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Re: [Xen-devel] [PATCH V2 2/6] iommu/arm: Add ability to handle deferred probing request

Hi Oleksandr,

On 13/08/2019 13:35, Oleksandr wrote:

On 12.08.19 22:46, Julien Grall wrote:
Hi Oleksandr,

Hi, Julien

On 8/12/19 1:01 PM, Oleksandr wrote:
On 12.08.19 14:11, Julien Grall wrote:
On 02/08/2019 17:39, Oleksandr Tyshchenko wrote:
From: Oleksandr Tyshchenko <oleksandr_tyshchenko@xxxxxxxx>

This patch adds minimal required support to General IOMMU framework
to be able to handle a case when IOMMU driver requesting deferred
probing for a device.

In order not to pull Linux's error code (-EPROBE_DEFER) to Xen
we have chosen -EAGAIN to be used for indicating that device
probing is deferred.

This is needed for the upcoming IPMMU driver which may request
deferred probing depending on what device will be probed the first
(there is some dependency between these devices, Root device must be
registered before Cache devices. If not the case, driver will deny
further Cache device probes until Root device is registered).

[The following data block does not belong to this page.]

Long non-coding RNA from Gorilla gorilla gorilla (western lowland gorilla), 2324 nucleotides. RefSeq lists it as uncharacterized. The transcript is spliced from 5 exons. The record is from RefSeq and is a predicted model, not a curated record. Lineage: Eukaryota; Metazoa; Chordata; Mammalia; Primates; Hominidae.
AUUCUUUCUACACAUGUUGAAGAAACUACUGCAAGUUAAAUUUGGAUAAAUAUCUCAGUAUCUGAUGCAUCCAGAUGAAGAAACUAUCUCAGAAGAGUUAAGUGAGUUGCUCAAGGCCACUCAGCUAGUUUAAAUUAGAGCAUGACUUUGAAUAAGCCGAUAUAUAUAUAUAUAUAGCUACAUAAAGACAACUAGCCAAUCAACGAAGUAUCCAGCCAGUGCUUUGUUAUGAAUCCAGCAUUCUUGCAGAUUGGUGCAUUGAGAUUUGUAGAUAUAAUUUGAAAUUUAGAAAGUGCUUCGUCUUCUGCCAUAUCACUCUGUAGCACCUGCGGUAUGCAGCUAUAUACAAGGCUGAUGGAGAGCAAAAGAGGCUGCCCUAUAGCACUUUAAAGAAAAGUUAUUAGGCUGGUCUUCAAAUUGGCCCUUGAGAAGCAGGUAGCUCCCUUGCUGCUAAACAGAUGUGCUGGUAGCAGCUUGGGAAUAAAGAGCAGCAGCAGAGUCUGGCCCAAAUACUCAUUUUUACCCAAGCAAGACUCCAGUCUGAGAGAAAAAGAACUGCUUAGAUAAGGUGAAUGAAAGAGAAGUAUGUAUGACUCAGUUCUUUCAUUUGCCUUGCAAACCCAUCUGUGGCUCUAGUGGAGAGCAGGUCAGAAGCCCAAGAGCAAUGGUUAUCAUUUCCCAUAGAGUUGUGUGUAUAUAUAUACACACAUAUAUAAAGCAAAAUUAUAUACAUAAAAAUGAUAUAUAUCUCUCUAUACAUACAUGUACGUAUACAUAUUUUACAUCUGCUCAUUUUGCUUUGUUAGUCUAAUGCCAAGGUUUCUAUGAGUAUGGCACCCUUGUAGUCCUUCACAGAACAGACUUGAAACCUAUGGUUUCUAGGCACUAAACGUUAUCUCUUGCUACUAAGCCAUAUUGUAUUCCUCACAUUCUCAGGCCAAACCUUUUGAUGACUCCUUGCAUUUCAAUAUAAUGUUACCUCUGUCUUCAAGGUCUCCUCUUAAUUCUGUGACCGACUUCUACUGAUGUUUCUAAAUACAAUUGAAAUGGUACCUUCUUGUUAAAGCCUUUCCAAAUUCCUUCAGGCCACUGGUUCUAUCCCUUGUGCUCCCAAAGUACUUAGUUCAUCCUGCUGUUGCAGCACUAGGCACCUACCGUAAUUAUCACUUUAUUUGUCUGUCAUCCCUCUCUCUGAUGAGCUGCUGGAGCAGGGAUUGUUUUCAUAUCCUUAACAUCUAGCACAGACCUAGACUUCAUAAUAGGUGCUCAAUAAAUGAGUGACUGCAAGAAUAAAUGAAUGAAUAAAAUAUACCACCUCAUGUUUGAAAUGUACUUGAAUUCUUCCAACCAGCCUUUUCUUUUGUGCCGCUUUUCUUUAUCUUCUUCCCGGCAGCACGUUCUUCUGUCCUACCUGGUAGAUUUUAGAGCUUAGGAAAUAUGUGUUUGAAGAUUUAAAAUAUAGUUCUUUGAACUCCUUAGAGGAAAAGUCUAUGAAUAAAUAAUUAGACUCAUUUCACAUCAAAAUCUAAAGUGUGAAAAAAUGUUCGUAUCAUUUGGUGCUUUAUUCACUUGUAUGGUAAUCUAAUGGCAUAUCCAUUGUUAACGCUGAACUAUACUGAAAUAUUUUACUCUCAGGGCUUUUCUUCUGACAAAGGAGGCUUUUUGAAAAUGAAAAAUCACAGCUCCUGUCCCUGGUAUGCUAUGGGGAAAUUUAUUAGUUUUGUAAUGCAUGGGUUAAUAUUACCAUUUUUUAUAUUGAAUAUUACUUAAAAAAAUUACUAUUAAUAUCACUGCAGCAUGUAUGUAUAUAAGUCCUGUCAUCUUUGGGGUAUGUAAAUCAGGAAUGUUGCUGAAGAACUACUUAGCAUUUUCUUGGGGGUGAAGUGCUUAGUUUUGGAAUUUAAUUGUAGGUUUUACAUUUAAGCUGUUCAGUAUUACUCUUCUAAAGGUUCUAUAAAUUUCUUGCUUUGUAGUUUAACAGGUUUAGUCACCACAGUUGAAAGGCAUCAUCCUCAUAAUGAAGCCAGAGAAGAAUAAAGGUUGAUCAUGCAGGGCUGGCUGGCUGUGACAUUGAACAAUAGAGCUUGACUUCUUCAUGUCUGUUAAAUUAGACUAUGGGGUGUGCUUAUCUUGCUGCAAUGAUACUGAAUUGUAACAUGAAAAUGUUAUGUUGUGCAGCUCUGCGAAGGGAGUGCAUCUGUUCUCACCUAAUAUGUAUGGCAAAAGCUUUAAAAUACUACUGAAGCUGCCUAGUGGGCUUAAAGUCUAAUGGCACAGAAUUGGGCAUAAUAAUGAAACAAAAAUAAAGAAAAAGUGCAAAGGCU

As we can't guarantee a fixed pre-defined order for the device nodes
in DT, we need to be ready for the situation where devices being
probed in "any" order.

Signed-off-by: Oleksandr Tyshchenko <oleksandr_tyshchenko@xxxxxxxx>
  xen/common/device_tree.c            |  1 +
  xen/drivers/passthrough/arm/iommu.c | 35 ++++++++++++++++++++++++++++++++++-
  xen/include/asm-arm/device.h        |  6 +++++-
  xen/include/xen/device_tree.h       |  1 +
  4 files changed, 41 insertions(+), 2 deletions(-)

diff --git a/xen/common/device_tree.c b/xen/common/device_tree.c
index e107c6f..6f37448 100644
--- a/xen/common/device_tree.c
+++ b/xen/common/device_tree.c
@@ -1774,6 +1774,7 @@ static unsigned long __init unflatten_dt_node(const void *fdt,
          /* By default the device is not protected */
          np->is_protected = false;
+        INIT_LIST_HEAD(&np->deferred_probe);

I am not entirely happy to add a new list_head field per node just for the benefits of boot code. Could we re-use domain_list (with a comment in the code and appropriate ASSERT)?

Agree that only boot code uses deferred_probe field. I will consider re-using domain_list. Could you please clarify regarding ASSERT (where to put and what to check).